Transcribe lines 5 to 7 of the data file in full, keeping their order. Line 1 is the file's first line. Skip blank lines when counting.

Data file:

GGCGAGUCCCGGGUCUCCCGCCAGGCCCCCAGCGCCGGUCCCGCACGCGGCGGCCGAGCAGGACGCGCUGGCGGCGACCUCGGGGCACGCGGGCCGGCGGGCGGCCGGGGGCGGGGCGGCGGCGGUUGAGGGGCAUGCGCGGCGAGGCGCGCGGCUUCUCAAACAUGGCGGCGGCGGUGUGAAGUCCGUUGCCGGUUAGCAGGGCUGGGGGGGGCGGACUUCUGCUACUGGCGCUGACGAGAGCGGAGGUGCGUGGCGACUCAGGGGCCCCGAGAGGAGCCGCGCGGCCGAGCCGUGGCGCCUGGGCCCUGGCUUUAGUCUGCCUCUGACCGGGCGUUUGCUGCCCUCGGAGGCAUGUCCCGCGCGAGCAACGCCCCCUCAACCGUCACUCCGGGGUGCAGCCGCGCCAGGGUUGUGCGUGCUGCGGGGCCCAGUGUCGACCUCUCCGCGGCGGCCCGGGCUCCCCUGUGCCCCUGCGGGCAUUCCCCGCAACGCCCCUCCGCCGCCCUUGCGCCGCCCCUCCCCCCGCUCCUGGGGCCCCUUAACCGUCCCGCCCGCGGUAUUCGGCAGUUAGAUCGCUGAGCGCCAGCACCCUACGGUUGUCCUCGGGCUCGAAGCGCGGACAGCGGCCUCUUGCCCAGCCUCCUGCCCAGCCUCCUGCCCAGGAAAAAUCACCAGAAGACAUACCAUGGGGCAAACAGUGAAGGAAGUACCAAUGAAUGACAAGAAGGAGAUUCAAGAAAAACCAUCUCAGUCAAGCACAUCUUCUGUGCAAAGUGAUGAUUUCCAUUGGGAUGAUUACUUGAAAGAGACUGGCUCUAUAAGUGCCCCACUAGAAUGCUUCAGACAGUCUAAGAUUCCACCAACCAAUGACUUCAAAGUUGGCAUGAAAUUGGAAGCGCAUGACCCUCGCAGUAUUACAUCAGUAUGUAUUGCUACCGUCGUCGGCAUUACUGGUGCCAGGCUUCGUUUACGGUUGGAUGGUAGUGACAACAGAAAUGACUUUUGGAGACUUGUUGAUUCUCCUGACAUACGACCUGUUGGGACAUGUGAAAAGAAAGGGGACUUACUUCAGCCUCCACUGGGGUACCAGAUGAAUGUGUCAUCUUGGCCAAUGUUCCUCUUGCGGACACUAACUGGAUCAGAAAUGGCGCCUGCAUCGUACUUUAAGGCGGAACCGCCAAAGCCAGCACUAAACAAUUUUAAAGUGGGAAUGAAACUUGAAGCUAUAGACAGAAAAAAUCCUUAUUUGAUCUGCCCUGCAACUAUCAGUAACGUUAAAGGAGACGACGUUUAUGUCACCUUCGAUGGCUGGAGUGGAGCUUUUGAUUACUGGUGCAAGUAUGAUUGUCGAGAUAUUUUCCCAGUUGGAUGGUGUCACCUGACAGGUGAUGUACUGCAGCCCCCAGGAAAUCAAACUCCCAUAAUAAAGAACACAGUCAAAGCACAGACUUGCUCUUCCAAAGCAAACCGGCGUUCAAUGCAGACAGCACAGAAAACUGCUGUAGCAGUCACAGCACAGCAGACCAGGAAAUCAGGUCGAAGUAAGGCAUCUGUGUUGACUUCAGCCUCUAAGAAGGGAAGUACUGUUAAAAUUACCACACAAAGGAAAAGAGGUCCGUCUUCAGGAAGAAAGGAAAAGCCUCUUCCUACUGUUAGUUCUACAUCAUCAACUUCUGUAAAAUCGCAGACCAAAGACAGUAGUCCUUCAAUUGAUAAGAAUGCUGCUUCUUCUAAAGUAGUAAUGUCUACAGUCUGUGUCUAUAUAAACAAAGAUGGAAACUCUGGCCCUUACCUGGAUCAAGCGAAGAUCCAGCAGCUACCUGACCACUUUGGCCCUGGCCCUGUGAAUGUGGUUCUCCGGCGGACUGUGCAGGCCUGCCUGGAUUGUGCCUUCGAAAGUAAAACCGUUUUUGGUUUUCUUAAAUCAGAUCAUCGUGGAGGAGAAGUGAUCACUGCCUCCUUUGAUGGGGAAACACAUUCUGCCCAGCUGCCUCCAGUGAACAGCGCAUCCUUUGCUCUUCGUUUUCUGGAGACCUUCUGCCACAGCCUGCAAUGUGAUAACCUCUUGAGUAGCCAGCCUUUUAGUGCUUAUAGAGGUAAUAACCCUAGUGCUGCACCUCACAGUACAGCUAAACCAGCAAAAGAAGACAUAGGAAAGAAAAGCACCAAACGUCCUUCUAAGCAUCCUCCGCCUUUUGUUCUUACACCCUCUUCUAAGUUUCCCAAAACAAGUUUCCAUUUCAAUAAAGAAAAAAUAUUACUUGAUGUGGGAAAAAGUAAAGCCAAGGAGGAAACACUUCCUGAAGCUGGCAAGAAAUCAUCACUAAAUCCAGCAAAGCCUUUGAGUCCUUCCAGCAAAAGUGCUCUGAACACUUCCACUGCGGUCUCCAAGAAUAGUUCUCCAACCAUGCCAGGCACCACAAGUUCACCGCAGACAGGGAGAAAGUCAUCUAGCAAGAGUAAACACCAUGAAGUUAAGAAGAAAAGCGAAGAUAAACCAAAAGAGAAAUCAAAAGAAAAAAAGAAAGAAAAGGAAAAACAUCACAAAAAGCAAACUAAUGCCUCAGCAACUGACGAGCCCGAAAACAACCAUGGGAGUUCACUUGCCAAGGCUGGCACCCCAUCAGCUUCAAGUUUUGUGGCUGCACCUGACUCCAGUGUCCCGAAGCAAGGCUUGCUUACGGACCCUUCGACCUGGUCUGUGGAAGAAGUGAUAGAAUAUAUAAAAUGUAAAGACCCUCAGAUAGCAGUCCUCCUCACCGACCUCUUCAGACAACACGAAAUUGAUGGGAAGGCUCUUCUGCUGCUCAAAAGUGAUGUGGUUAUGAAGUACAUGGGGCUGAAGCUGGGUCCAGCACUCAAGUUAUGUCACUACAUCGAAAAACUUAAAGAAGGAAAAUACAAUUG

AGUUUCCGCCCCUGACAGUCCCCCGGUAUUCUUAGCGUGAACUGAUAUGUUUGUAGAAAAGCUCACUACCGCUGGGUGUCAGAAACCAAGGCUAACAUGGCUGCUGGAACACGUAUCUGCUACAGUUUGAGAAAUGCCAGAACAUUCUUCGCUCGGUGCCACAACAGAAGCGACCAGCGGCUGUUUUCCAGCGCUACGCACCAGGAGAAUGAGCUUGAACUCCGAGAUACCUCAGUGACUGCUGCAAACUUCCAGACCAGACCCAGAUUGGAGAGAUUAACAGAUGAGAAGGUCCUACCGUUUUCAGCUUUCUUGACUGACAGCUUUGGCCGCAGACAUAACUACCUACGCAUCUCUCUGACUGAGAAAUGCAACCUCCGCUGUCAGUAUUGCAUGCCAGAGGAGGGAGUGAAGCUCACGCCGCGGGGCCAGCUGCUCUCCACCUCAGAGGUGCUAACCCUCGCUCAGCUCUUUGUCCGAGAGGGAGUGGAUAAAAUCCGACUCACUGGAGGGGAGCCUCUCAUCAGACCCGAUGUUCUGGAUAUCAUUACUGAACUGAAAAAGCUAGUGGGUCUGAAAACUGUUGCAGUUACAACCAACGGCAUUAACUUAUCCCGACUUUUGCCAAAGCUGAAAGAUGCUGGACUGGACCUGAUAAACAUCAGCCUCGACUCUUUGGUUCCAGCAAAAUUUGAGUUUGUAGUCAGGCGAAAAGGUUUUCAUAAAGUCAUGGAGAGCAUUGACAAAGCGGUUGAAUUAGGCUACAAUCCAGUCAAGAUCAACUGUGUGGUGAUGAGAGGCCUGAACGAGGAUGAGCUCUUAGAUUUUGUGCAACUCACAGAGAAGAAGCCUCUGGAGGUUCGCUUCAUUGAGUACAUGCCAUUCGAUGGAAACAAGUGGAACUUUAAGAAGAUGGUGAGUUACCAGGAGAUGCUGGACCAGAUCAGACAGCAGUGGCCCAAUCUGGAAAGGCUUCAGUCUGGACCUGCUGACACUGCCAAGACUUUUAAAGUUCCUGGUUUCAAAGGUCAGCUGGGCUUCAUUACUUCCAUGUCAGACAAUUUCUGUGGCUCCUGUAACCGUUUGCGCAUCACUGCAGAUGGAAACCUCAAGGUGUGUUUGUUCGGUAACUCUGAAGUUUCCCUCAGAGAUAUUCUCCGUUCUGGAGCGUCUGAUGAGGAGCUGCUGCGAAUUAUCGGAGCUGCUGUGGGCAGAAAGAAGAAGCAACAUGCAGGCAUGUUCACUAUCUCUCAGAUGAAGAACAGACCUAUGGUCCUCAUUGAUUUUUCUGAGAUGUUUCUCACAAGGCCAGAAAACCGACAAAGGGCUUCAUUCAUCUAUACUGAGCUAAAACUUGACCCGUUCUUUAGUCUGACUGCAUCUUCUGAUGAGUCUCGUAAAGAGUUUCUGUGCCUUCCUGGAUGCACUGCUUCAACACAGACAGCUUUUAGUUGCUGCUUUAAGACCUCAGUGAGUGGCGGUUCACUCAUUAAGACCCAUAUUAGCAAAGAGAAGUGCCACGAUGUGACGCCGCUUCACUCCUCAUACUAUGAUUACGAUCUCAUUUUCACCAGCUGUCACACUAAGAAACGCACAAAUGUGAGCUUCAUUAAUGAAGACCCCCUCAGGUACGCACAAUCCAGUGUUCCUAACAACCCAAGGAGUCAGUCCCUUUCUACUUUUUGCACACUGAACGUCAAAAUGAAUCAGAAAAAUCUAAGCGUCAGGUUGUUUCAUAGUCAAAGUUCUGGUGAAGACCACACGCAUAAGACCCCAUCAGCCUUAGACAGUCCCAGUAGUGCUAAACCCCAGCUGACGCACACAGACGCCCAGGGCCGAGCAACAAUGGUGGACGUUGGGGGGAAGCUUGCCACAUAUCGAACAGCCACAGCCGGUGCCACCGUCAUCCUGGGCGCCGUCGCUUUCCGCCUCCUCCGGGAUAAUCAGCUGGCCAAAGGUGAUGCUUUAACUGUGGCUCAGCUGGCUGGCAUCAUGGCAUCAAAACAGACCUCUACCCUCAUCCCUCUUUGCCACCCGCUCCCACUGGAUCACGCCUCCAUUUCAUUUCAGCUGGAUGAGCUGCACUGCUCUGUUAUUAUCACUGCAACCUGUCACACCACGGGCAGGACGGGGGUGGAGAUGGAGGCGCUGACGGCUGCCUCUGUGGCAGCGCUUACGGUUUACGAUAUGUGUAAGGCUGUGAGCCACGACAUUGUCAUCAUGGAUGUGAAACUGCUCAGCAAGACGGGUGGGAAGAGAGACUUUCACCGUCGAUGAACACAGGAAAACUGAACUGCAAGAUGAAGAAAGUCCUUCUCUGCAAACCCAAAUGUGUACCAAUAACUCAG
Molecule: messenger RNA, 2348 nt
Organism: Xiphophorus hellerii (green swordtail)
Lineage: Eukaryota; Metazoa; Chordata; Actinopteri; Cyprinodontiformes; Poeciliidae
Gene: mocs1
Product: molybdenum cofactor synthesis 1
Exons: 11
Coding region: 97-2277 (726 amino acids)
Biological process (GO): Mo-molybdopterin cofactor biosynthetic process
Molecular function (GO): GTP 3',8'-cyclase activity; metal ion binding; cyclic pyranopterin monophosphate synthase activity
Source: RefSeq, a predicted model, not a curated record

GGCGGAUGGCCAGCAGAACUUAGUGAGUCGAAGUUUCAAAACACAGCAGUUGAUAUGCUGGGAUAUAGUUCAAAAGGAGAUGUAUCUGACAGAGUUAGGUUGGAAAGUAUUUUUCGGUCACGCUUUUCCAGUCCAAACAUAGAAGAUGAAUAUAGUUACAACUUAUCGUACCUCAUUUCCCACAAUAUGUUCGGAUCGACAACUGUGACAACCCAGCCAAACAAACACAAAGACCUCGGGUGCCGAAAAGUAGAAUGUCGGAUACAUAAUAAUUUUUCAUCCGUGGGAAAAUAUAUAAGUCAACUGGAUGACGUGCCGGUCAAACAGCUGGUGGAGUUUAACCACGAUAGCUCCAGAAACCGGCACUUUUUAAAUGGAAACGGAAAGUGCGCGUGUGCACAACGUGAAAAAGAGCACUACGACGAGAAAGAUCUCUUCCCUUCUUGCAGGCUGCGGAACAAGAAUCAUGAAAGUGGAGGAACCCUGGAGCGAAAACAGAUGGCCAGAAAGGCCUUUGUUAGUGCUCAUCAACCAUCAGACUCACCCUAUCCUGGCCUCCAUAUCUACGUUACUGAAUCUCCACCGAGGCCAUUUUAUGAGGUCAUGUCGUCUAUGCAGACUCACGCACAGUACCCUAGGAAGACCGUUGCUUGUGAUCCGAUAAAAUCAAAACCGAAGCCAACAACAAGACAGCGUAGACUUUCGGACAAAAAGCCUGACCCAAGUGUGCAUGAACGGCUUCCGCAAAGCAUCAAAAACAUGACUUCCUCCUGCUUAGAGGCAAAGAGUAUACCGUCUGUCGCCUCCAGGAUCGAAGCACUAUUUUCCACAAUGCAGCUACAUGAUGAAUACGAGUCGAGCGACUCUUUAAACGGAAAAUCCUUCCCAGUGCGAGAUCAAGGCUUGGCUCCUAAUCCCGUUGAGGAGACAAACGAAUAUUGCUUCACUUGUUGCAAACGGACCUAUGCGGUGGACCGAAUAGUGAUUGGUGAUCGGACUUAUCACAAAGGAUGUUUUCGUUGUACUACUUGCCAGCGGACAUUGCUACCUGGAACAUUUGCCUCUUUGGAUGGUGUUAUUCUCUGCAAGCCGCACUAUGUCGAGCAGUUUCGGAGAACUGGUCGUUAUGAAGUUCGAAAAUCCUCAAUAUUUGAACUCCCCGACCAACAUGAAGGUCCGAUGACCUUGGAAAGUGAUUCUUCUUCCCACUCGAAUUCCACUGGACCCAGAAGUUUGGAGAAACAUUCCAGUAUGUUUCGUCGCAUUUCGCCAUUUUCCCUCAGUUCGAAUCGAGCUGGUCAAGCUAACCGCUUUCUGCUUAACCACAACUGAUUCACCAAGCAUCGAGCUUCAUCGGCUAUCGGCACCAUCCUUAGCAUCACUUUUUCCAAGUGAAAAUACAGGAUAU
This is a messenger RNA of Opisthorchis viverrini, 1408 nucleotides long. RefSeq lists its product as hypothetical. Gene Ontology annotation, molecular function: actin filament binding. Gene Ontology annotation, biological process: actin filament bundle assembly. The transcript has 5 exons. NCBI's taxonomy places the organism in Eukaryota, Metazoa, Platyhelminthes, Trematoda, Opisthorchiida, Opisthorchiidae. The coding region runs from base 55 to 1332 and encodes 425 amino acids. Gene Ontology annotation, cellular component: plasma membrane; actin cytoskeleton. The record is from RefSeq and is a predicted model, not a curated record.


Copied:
Lineage: Eukaryota; Metazoa; Chordata; Actinopteri; Cyprinodontiformes; Poeciliidae
Gene: mocs1
Product: molybdenum cofactor synthesis 1